I first found out about this book when I was interviewing another scientist — the late Lyman Spitzer of Princeton University. Dr. Spitzer was also a science fiction fan, and in the course of several pleasant conversations with him, we both shared our favorite book titles. My love for science fiction (which, along with my dad’s habit of taking me out to the see the stars), kindled my interest in astronomy and space science. In high school I read things like Clarke’s Childhood’s End and many of Robert A. Heinlein’s juveniles as if they were treasures. Today I have hundreds of back issues of science fiction magazines in my library and a fair collection of SF books. Periodically I take some old favorite down from the shelf, cuddle up on the sofa, and lose myself in some distant planetary system, exploring with beings that only a writer could imagine.
Yet, there’s a reality that springs from science fiction that we cannot deny. Many of today’s missions — from orbiting shuttle and space station endeavors to flybys of distant planets — once existed as ideas in the realm of science fiction. It took humans a few decades to catch up to some of the SF dreams outlined in this body of literature, but there is much more to accomplish. I would love it if science fiction were a sort of self-fulfilling blueprint for the future of the human race, although I realize that many SF dreams will never come true. But, that body of literature sits there — beckoning us to our future. If we’re on our toes, it’ll keep us moving ever onward and outward.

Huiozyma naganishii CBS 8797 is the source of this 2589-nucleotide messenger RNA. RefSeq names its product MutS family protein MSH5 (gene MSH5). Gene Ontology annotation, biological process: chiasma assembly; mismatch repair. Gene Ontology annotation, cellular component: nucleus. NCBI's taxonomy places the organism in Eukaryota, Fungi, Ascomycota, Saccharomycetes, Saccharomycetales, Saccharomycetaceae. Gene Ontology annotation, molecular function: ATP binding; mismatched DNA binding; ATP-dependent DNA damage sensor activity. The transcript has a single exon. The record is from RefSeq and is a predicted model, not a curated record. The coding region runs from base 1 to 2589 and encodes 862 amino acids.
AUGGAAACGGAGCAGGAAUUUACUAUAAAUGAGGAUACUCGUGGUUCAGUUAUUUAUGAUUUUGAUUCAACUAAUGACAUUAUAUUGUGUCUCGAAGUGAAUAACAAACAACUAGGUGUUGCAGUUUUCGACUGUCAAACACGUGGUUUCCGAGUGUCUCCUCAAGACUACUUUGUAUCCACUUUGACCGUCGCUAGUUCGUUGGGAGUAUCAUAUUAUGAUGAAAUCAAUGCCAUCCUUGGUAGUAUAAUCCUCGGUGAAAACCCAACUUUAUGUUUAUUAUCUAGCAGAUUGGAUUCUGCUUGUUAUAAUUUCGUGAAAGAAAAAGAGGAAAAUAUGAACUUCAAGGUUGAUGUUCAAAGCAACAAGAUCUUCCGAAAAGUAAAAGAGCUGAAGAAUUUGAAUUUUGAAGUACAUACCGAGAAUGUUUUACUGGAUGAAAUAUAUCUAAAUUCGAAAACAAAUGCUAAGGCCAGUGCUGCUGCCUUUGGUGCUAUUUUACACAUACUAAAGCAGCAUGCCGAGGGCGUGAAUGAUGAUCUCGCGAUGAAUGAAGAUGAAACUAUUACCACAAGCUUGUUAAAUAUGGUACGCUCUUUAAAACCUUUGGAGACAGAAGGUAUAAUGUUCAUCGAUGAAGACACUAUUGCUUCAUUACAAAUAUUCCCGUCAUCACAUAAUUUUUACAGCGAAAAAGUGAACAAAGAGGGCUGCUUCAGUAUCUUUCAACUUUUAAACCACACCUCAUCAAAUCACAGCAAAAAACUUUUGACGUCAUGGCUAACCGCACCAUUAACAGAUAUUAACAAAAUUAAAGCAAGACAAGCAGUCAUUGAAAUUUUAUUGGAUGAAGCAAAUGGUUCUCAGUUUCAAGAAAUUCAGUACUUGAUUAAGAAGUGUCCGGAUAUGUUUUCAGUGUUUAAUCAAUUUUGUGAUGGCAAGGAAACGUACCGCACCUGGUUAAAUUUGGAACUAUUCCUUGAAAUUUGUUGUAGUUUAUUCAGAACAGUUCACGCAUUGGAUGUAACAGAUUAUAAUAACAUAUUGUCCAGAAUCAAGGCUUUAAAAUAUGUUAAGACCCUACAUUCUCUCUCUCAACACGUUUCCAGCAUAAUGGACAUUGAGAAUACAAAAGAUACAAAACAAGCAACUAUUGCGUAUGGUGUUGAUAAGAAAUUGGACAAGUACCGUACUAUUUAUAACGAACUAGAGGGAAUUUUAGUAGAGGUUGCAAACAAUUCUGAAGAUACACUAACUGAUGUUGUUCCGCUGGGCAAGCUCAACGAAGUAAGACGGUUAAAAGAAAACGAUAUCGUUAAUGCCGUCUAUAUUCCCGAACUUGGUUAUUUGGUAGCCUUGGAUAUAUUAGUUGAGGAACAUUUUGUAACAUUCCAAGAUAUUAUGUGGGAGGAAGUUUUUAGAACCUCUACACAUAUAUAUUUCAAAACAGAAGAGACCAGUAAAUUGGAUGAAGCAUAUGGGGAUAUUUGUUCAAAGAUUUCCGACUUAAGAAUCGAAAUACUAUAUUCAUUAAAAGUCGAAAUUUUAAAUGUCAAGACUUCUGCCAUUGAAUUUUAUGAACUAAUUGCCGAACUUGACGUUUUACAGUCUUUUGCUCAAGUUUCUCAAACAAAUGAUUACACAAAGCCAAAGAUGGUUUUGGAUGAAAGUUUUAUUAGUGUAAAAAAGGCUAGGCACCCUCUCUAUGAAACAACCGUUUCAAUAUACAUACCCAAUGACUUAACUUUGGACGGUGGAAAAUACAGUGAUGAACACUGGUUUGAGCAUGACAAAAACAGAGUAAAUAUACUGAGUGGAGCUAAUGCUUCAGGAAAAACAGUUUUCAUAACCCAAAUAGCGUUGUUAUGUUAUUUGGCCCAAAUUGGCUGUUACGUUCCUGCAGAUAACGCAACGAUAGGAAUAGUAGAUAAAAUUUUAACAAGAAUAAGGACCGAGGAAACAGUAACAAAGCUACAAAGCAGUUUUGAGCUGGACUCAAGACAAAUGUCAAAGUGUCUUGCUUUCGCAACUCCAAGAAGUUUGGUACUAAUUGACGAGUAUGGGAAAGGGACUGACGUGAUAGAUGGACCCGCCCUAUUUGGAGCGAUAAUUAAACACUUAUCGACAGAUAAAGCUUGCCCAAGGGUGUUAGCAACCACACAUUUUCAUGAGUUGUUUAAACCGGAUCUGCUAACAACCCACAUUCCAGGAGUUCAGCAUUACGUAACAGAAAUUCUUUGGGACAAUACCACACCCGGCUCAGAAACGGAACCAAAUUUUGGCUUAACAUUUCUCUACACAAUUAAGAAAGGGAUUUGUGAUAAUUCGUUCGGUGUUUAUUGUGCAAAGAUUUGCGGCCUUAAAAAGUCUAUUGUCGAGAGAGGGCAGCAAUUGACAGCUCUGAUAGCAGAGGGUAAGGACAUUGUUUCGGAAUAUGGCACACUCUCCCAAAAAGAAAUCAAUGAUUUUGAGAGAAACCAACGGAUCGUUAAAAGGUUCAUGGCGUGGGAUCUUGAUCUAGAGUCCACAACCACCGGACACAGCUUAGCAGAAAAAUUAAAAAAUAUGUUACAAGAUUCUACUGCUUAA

March 13, 2003 at 16:14 pm | Leave a Comment
It has been a month and a half since the space shuttle Columbia plunged to Earth in a fireball. It was a painful reminder that we can’t control everything about human spaceflight. It may turn out that no company or person is to blame for this terrible accident, but that hasn’t stopped the fingerpointing among contractors and posturing among members of Congress and the Senate. I hope that we figure out what happened and I hope that we retain our understanding that these things happen and that space is not a benign environment.
In 1986 we watched as the second big tragedy of American spaceflight occurred — the loss of the Challenger. I was at NASA Jet Propulsion Laboratory, watching the launch in Von Karman auditorium along with dozens of Voyager mission scientists and science writers who had gathered for the final press conference of the Voyager 2/Uranus encounter.
It was a searing tragedy, perhaps all the more spectacular because our space program hadn’t been touched by death since the Apollo 1 disaster in 1967.